MINNEAPOLIS - On Aug. 1, 2007 the heavily-used Interstate 35W bridge collapsed, sending concrete and rebar, vehicles and the people inside them plunging into the Mississippi River. Thirteen people lost their lives and 145 were injured, some of them critically.
On the 10-year anniversary of this life-changing event, KARE 11 is checking in with some of those whose lives changed forever that day. We asked each of them three questions.
Here are the answers, in their own words.
Where were you?
Our family was on the bridge that day to meet my sisters and their families in Roseville at Joe Senser’s for a beer and a burger. I remember getting in the car, some of the drive, but there’s a point where I just must have dozed off. I don’t remember then until the middle of September. I didn’t have a clue how much time had passed, thought it was a couple days. I don’t remember any of it.
We rolled. Our van fell on the riverbank on the north side and so we coasted with the bridge then flipped and landed on the hood of the van. It was at that point Brad and the girls got out of the van. Brandi knew something was wrong, that I wasn’t going to move or get out because there was more wrong with me.
I was hanging in the car, in my seatbelt, upside down. They were able to get me out of the van on a big piece of plywood and took me to the triage area.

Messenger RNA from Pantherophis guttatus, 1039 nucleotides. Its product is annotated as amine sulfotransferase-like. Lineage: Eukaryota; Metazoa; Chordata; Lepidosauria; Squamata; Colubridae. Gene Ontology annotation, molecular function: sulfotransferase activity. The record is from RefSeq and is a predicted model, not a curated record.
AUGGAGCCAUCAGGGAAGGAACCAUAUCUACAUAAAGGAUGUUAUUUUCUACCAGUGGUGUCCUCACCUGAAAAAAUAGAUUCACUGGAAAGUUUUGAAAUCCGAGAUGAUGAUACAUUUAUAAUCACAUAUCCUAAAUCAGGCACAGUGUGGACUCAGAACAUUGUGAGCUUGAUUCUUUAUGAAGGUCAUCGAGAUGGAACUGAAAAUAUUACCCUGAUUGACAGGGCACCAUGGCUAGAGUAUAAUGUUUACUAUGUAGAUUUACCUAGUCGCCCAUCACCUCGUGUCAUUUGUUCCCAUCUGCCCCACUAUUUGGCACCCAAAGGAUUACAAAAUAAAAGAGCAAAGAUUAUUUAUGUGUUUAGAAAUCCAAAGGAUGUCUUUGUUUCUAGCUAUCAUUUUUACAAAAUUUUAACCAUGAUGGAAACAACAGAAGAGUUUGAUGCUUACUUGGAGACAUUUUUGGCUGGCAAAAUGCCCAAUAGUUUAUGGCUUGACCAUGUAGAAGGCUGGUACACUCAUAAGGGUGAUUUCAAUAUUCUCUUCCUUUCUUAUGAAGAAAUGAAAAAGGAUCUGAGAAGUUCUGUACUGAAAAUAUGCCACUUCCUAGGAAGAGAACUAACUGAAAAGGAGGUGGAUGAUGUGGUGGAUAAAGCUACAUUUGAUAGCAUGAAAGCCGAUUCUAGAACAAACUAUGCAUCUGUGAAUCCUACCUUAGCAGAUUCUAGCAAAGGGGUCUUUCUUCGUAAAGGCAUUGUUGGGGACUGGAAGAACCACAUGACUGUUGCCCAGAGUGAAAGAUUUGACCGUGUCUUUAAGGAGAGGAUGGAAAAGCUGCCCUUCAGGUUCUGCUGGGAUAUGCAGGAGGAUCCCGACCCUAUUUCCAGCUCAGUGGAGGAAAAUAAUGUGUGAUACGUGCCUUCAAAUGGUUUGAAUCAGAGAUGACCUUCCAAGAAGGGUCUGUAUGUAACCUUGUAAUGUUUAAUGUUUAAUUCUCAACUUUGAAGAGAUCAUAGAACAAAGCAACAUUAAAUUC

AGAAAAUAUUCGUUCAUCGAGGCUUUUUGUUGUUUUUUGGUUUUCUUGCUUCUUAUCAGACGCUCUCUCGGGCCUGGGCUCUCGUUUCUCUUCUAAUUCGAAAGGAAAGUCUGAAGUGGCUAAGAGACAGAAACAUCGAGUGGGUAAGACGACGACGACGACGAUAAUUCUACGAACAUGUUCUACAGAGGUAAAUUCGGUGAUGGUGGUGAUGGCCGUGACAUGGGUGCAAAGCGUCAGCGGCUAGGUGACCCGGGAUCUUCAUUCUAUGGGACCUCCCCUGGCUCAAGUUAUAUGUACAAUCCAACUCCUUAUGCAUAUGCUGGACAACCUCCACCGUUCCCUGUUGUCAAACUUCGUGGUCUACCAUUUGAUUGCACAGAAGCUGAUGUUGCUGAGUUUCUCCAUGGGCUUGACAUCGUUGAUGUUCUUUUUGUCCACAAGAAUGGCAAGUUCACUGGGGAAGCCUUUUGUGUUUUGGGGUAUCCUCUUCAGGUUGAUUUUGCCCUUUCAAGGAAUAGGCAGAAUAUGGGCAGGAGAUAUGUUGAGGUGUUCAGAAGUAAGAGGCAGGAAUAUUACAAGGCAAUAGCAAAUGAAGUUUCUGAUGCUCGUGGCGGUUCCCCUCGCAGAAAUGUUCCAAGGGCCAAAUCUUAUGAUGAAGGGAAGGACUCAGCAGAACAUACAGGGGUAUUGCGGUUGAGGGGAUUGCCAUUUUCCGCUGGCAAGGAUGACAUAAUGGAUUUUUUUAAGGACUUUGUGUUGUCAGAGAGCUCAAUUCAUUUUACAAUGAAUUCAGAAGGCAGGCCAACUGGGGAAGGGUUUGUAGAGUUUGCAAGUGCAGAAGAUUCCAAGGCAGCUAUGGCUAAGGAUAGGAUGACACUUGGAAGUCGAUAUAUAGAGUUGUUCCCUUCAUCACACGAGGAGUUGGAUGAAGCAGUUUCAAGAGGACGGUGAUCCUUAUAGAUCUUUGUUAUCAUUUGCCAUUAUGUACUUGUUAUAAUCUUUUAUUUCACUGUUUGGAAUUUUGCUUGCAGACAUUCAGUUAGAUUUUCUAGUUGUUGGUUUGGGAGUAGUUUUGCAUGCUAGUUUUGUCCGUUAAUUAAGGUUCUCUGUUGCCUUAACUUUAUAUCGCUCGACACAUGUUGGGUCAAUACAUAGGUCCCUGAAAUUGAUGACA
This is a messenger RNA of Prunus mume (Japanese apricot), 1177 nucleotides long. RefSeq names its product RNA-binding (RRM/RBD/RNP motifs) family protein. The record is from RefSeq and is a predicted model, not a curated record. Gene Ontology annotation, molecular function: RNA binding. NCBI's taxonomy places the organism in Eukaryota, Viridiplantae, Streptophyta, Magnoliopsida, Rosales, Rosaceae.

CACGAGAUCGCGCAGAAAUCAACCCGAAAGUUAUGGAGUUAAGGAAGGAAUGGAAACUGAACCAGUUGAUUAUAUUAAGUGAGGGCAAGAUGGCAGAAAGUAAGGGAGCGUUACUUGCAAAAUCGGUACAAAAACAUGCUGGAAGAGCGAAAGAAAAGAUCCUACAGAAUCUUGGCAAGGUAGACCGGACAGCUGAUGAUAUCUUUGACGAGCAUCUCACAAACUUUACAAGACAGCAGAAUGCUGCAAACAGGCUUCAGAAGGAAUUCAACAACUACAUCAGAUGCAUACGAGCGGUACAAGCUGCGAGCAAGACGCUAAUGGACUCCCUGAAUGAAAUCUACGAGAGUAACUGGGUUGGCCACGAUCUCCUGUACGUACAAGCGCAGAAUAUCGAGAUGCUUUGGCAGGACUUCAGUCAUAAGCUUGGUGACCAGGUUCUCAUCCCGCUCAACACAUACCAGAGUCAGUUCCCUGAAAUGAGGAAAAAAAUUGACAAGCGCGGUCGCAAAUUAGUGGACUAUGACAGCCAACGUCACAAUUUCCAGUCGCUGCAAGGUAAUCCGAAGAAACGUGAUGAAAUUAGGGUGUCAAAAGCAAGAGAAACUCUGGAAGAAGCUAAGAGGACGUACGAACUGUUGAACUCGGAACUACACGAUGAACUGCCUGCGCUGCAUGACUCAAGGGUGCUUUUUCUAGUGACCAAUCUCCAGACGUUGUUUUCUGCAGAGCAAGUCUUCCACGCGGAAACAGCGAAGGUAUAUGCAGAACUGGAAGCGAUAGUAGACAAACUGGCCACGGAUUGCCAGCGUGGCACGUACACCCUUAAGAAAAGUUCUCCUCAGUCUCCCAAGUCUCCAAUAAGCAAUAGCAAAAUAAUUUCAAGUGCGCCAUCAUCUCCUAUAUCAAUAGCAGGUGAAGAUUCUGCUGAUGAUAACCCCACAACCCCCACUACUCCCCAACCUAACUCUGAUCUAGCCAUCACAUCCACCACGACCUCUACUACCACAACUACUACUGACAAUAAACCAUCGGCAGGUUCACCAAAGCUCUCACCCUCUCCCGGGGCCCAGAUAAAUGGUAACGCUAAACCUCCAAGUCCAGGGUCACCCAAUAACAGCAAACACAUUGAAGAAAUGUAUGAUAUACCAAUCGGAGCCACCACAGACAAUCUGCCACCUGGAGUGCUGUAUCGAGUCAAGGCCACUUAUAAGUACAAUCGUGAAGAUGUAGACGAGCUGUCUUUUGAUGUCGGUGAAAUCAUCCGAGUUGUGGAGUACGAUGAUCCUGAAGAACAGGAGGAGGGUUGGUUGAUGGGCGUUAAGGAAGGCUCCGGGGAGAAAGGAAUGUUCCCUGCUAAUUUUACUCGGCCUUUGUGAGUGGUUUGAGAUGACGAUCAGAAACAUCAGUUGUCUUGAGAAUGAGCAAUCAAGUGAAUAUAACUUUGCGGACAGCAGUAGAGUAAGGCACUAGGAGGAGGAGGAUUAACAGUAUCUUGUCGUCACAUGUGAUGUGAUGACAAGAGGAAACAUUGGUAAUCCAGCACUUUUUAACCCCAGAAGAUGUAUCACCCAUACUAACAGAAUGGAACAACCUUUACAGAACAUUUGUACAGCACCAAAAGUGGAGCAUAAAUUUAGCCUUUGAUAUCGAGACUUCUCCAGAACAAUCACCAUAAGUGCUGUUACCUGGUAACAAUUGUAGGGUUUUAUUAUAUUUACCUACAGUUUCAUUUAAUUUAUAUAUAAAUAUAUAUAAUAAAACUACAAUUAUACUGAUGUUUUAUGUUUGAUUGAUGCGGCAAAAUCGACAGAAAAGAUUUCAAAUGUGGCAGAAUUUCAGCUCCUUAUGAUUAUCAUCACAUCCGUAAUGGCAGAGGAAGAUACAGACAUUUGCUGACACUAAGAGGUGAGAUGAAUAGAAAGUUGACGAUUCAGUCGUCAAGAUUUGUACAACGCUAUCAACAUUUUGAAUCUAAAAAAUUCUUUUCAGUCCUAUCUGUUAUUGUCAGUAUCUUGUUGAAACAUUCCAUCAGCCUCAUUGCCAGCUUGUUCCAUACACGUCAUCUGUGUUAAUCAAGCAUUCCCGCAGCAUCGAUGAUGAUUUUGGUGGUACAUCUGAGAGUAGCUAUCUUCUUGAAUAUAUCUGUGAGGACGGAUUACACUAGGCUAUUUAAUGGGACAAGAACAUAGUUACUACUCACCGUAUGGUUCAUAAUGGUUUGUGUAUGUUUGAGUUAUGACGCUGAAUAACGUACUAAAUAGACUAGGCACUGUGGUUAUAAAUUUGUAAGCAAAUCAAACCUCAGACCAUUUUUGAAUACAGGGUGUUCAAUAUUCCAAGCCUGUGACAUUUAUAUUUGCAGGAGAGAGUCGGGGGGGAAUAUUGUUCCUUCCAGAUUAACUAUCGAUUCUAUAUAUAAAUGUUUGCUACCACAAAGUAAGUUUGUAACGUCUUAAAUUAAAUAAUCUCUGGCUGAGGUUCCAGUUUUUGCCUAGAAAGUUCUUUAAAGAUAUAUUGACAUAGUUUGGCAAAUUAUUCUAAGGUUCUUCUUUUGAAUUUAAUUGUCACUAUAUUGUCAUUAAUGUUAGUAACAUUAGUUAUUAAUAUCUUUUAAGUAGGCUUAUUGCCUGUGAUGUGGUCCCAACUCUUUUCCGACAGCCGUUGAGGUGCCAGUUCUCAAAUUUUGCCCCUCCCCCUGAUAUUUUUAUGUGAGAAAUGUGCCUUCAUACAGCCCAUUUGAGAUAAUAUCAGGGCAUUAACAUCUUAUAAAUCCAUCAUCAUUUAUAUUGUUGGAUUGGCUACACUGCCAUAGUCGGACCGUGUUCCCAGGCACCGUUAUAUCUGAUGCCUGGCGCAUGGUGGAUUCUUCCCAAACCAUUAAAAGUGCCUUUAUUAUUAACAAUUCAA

How did it affect you?
I suffered a brain injury. I probably have had 40-45 surgeries in the last 10 years. For the most part I feel that I’m a healthy person. I can’t run anymore. We’re a close family to begin with, and I think it has brought us closer. We understand and appreciate how easy it is to lose somebody and how much something like this can cause change.
Until you lose something, you don’t know you even had it. You don’t realize how easy it is to walk. Or get out of your car. Or not to even worry about anything. Now for me, all those things are different, because I can’t do them without thinking about balance issues.
As for post-traumatic stuff, we are lucky. We moved forward, and I empathize for the people deal with that more, because I can’t imagine how overwhelming that’s got to be, that it’s a mental and physical deal to recover from.
Where are you now? (physically and emotionally)
We opened a bridal store, Effie’s Bridal Trunk in Burnsville, Minnesota. We are in our fourth year. It’s an opportunity we were able to do that had the accident not happened, we would not have even considered it.
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